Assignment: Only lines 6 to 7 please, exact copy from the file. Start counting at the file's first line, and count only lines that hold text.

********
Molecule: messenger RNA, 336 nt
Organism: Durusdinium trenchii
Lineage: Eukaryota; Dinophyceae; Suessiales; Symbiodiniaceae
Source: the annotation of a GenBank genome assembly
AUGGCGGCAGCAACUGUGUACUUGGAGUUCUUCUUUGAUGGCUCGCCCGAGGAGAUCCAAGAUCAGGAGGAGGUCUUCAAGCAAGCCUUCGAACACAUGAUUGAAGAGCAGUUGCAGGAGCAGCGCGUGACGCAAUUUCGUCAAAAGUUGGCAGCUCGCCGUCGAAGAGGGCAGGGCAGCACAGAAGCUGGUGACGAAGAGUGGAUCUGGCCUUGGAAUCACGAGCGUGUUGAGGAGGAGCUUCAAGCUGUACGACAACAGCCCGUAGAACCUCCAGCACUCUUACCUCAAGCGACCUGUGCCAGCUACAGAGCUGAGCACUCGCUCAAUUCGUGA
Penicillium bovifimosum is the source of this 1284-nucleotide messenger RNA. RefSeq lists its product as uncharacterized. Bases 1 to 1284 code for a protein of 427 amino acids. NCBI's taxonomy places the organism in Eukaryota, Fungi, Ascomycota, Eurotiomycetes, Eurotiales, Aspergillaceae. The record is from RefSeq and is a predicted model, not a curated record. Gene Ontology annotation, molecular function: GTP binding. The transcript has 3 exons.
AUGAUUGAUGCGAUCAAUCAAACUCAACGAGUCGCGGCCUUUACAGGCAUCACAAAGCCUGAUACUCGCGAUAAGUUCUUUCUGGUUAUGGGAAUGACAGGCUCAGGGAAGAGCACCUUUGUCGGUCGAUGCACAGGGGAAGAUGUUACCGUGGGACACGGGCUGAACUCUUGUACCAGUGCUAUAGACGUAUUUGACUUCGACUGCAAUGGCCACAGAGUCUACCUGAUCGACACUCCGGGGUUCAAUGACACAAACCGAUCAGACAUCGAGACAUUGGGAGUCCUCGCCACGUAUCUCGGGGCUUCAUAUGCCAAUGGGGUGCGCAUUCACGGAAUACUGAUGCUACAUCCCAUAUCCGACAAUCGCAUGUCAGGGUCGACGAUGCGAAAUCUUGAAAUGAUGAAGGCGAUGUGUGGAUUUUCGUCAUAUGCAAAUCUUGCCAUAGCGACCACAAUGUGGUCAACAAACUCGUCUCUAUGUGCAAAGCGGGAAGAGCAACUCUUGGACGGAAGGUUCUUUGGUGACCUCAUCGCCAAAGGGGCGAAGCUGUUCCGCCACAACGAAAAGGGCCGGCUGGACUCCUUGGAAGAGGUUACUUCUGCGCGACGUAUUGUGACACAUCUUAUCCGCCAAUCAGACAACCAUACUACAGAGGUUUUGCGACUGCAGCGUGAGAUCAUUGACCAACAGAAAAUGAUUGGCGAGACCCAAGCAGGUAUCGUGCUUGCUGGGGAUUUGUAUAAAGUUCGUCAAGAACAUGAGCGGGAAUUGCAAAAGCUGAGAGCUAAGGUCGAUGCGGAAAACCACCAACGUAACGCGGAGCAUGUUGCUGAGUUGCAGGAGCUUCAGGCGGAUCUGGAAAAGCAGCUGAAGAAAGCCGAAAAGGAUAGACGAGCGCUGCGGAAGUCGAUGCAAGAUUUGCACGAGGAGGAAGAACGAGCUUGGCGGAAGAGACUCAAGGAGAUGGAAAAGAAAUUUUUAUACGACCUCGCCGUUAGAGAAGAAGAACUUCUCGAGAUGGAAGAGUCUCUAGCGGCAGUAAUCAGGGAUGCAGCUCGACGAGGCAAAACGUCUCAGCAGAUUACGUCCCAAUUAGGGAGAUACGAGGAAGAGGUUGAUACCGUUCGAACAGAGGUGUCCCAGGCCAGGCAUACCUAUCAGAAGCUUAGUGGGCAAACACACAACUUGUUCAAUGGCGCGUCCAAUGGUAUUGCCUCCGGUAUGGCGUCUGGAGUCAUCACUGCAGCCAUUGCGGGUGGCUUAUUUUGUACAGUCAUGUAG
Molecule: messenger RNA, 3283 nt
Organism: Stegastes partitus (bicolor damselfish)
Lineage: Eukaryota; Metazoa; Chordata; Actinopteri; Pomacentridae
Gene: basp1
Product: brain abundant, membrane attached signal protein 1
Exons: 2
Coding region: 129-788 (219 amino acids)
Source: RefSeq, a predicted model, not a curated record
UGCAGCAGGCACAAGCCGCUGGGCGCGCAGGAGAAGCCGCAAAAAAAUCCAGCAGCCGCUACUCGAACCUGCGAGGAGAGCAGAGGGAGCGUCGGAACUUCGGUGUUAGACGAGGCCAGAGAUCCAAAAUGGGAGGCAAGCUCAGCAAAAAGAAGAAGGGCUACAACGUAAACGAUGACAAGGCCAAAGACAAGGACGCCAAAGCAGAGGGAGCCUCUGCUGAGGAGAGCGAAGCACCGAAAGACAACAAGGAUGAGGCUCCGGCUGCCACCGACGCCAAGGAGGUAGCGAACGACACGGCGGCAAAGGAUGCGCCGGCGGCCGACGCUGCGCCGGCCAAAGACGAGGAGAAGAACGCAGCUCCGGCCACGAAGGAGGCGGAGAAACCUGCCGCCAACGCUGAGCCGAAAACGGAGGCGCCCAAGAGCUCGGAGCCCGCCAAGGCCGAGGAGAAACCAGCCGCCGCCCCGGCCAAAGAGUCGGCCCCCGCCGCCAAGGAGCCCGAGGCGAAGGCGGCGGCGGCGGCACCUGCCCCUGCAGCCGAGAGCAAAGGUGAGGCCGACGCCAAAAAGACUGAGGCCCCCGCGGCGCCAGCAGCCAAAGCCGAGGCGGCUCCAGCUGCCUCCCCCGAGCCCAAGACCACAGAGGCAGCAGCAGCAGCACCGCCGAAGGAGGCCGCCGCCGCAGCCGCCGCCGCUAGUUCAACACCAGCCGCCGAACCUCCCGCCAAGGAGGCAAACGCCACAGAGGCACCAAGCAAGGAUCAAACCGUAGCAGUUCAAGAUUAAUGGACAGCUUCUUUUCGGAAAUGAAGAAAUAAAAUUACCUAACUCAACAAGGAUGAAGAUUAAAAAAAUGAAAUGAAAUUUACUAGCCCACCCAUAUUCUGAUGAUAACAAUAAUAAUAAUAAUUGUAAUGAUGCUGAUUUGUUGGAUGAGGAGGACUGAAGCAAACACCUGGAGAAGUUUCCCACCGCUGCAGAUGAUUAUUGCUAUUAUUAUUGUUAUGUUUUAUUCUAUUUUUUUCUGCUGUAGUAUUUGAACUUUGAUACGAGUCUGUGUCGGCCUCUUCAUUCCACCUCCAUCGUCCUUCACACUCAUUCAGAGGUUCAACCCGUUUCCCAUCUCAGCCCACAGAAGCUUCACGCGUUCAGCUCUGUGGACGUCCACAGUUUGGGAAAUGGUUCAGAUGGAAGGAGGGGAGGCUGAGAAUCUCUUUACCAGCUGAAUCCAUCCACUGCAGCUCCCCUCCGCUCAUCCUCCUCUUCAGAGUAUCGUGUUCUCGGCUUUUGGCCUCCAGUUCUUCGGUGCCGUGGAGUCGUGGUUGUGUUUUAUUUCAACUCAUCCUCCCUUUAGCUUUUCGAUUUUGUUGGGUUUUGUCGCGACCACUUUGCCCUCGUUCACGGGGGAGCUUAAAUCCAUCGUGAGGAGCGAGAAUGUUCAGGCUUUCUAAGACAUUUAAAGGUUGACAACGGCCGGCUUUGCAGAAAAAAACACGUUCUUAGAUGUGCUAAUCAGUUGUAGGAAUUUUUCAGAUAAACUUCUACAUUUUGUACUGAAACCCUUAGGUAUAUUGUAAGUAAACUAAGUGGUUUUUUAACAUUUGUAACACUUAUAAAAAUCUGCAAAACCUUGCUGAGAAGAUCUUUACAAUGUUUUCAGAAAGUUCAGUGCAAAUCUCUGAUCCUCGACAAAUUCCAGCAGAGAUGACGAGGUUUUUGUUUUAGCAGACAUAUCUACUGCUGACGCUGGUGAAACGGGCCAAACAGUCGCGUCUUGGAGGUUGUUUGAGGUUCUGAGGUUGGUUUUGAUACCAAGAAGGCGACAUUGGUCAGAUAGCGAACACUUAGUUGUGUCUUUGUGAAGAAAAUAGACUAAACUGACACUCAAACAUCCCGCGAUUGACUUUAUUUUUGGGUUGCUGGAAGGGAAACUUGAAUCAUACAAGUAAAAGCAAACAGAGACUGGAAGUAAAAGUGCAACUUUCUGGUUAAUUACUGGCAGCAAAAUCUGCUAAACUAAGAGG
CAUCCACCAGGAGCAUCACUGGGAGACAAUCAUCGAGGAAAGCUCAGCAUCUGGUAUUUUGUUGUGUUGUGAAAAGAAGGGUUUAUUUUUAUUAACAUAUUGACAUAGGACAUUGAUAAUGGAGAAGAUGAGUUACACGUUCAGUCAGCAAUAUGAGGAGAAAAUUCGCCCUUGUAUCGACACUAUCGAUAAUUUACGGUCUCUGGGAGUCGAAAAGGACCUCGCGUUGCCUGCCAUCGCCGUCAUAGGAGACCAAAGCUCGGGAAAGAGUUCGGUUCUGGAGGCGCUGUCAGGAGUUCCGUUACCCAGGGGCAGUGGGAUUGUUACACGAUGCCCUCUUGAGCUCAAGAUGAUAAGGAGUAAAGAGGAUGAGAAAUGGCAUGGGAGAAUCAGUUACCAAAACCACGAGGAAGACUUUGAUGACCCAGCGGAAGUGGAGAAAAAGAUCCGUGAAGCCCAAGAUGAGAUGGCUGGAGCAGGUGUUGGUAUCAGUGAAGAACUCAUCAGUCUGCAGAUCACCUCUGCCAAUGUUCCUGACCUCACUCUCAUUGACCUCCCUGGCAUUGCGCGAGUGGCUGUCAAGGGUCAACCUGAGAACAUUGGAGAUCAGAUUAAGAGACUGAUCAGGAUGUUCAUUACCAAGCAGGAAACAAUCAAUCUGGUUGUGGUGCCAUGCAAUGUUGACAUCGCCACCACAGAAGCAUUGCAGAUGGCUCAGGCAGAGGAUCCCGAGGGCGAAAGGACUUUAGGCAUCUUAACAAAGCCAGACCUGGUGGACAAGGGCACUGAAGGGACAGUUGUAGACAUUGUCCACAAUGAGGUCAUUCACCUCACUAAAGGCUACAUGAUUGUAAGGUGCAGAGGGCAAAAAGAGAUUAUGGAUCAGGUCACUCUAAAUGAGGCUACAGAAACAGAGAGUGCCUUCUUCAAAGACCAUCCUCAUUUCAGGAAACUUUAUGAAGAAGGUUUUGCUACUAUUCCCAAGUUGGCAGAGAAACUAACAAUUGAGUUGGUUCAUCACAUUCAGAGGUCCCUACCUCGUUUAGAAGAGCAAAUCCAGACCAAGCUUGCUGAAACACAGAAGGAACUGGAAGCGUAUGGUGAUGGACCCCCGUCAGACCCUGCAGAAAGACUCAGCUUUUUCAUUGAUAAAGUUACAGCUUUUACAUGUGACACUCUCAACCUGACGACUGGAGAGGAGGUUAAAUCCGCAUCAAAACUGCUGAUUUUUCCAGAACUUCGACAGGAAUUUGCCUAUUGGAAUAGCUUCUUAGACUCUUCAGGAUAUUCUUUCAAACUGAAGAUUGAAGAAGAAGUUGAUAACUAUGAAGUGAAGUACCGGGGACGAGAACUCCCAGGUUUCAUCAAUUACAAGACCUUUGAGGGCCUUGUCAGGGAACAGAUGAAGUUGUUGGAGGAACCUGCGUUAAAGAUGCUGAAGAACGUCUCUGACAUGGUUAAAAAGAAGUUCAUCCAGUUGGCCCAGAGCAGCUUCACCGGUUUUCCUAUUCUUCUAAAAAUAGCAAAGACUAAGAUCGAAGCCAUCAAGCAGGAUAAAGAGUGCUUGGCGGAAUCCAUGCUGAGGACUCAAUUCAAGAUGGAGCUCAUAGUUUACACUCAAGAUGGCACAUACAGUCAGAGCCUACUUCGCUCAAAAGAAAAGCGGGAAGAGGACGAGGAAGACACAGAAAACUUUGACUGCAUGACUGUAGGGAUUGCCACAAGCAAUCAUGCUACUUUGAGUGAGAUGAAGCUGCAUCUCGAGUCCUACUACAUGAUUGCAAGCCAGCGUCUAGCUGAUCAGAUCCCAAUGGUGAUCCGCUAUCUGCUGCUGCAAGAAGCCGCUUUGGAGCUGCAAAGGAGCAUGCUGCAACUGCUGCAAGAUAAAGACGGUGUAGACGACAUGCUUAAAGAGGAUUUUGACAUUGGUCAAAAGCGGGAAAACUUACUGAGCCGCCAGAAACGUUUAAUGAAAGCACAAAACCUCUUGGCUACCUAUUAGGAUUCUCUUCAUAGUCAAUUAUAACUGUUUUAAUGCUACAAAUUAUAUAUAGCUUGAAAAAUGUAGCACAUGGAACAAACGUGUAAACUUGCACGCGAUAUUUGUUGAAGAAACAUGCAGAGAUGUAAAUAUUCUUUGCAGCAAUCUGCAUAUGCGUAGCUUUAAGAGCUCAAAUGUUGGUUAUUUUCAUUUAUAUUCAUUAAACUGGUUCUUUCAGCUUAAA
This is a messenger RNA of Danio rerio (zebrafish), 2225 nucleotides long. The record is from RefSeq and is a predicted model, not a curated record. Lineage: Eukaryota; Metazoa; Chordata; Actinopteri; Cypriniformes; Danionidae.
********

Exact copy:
Penicillium bovifimosum is the source of this 1284-nucleotide messenger RNA. RefSeq lists its product as uncharacterized. Bases 1 to 1284 code for a protein of 427 amino acids. NCBI's taxonomy places the organism in Eukaryota, Fungi, Ascomycota, Eurotiomycetes, Eurotiales, Aspergillaceae. The record is from RefSeq and is a predicted model, not a curated record. Gene Ontology annotation, molecular function: GTP binding. The transcript has 3 exons.
AUGAUUGAUGCGAUCAAUCAAACUCAACGAGUCGCGGCCUUUACAGGCAUCACAAAGCCUGAUACUCGCGAUAAGUUCUUUCUGGUUAUGGGAAUGACAGGCUCAGGGAAGAGCACCUUUGUCGGUCGAUGCACAGGGGAAGAUGUUACCGUGGGACACGGGCUGAACUCUUGUACCAGUGCUAUAGACGUAUUUGACUUCGACUGCAAUGGCCACAGAGUCUACCUGAUCGACACUCCGGGGUUCAAUGACACAAACCGAUCAGACAUCGAGACAUUGGGAGUCCUCGCCACGUAUCUCGGGGCUUCAUAUGCCAAUGGGGUGCGCAUUCACGGAAUACUGAUGCUACAUCCCAUAUCCGACAAUCGCAUGUCAGGGUCGACGAUGCGAAAUCUUGAAAUGAUGAAGGCGAUGUGUGGAUUUUCGUCAUAUGCAAAUCUUGCCAUAGCGACCACAAUGUGGUCAACAAACUCGUCUCUAUGUGCAAAGCGGGAAGAGCAACUCUUGGACGGAAGGUUCUUUGGUGACCUCAUCGCCAAAGGGGCGAAGCUGUUCCGCCACAACGAAAAGGGCCGGCUGGACUCCUUGGAAGAGGUUACUUCUGCGCGACGUAUUGUGACACAUCUUAUCCGCCAAUCAGACAACCAUACUACAGAGGUUUUGCGACUGCAGCGUGAGAUCAUUGACCAACAGAAAAUGAUUGGCGAGACCCAAGCAGGUAUCGUGCUUGCUGGGGAUUUGUAUAAAGUUCGUCAAGAACAUGAGCGGGAAUUGCAAAAGCUGAGAGCUAAGGUCGAUGCGGAAAACCACCAACGUAACGCGGAGCAUGUUGCUGAGUUGCAGGAGCUUCAGGCGGAUCUGGAAAAGCAGCUGAAGAAAGCCGAAAAGGAUAGACGAGCGCUGCGGAAGUCGAUGCAAGAUUUGCACGAGGAGGAAGAACGAGCUUGGCGGAAGAGACUCAAGGAGAUGGAAAAGAAAUUUUUAUACGACCUCGCCGUUAGAGAAGAAGAACUUCUCGAGAUGGAAGAGUCUCUAGCGGCAGUAAUCAGGGAUGCAGCUCGACGAGGCAAAACGUCUCAGCAGAUUACGUCCCAAUUAGGGAGAUACGAGGAAGAGGUUGAUACCGUUCGAACAGAGGUGUCCCAGGCCAGGCAUACCUAUCAGAAGCUUAGUGGGCAAACACACAACUUGUUCAAUGGCGCGUCCAAUGGUAUUGCCUCCGGUAUGGCGUCUGGAGUCAUCACUGCAGCCAUUGCGGGUGGCUUAUUUUGUACAGUCAUGUAG